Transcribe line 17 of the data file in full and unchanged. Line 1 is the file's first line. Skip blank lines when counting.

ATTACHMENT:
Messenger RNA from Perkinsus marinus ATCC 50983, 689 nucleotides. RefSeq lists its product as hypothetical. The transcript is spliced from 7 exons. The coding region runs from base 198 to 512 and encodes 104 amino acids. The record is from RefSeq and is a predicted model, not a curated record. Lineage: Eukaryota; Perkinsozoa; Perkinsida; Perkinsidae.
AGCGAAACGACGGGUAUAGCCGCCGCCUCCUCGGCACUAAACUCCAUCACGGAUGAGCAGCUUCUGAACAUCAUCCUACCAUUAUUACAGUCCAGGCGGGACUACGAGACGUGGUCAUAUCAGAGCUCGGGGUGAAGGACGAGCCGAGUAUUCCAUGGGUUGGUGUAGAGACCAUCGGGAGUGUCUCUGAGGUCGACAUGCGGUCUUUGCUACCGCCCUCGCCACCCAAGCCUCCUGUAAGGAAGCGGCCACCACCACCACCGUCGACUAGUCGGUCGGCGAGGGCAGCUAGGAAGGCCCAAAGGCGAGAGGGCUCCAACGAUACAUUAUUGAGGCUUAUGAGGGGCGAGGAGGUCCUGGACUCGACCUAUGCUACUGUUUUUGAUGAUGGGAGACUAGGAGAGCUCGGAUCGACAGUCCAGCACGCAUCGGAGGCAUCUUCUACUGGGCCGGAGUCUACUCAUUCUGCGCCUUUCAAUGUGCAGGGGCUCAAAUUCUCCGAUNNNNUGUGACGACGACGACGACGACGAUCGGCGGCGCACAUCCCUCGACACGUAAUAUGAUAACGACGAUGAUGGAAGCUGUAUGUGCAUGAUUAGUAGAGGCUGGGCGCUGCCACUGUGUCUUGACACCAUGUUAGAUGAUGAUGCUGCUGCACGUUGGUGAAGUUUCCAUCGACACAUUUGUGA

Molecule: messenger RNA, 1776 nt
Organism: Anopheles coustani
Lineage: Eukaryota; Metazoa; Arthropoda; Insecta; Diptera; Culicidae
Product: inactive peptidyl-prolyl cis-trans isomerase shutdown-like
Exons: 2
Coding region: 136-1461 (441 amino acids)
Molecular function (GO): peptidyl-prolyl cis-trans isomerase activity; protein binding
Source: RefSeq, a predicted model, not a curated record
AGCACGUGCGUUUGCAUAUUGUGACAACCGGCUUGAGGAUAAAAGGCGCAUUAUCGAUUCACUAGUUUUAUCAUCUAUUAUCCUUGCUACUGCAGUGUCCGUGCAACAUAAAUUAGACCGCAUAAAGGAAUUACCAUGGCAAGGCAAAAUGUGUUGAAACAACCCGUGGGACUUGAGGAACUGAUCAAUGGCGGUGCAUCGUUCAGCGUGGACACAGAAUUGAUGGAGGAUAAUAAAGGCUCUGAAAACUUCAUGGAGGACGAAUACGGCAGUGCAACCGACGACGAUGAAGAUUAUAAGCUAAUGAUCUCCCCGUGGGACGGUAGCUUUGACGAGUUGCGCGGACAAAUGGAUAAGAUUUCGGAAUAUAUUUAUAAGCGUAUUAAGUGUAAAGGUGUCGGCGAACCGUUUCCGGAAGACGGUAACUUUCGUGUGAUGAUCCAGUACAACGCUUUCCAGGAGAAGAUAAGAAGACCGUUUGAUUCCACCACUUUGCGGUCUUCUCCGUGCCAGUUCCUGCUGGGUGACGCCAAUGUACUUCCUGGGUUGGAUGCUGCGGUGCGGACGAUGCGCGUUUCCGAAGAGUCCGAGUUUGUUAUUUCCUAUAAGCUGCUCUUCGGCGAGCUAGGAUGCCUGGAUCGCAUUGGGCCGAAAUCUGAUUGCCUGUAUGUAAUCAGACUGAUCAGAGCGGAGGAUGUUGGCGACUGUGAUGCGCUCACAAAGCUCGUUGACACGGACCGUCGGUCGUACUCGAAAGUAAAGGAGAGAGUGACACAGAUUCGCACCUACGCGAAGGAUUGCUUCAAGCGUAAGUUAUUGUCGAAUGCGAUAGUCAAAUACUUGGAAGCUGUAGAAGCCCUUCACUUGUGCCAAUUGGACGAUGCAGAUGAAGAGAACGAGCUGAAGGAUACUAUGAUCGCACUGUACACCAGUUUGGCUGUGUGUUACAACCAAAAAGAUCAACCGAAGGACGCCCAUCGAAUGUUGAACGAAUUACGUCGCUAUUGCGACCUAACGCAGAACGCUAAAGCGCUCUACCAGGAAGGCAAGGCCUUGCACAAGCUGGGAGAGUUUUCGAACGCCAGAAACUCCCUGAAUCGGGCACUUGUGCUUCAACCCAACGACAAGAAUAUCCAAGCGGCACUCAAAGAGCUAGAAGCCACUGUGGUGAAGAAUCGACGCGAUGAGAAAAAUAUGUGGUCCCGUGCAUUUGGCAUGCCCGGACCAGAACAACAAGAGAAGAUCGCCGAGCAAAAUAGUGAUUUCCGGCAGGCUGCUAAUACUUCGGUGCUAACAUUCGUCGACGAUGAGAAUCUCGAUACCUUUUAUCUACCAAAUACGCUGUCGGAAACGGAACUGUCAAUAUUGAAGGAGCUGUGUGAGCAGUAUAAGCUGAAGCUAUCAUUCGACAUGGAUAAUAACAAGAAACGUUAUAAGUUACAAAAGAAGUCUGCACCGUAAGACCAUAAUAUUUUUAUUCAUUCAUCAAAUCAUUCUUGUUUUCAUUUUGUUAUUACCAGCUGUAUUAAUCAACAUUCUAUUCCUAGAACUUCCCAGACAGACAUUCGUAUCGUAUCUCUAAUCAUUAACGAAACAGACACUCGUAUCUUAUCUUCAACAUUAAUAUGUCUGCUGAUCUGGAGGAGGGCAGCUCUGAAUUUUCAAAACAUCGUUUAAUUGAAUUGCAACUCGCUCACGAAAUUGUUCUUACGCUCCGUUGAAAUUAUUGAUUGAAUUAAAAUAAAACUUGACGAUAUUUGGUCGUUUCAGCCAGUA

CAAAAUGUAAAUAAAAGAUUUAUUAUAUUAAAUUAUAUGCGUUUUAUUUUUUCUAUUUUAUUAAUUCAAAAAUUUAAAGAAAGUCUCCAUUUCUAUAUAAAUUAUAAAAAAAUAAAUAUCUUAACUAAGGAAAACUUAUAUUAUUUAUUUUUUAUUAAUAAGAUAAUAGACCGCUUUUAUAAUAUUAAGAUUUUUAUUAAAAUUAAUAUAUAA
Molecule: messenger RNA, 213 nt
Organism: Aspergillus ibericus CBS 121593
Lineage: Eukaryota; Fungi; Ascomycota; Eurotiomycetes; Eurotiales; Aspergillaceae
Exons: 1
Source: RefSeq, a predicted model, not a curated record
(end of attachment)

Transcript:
Source: RefSeq, a predicted model, not a curated record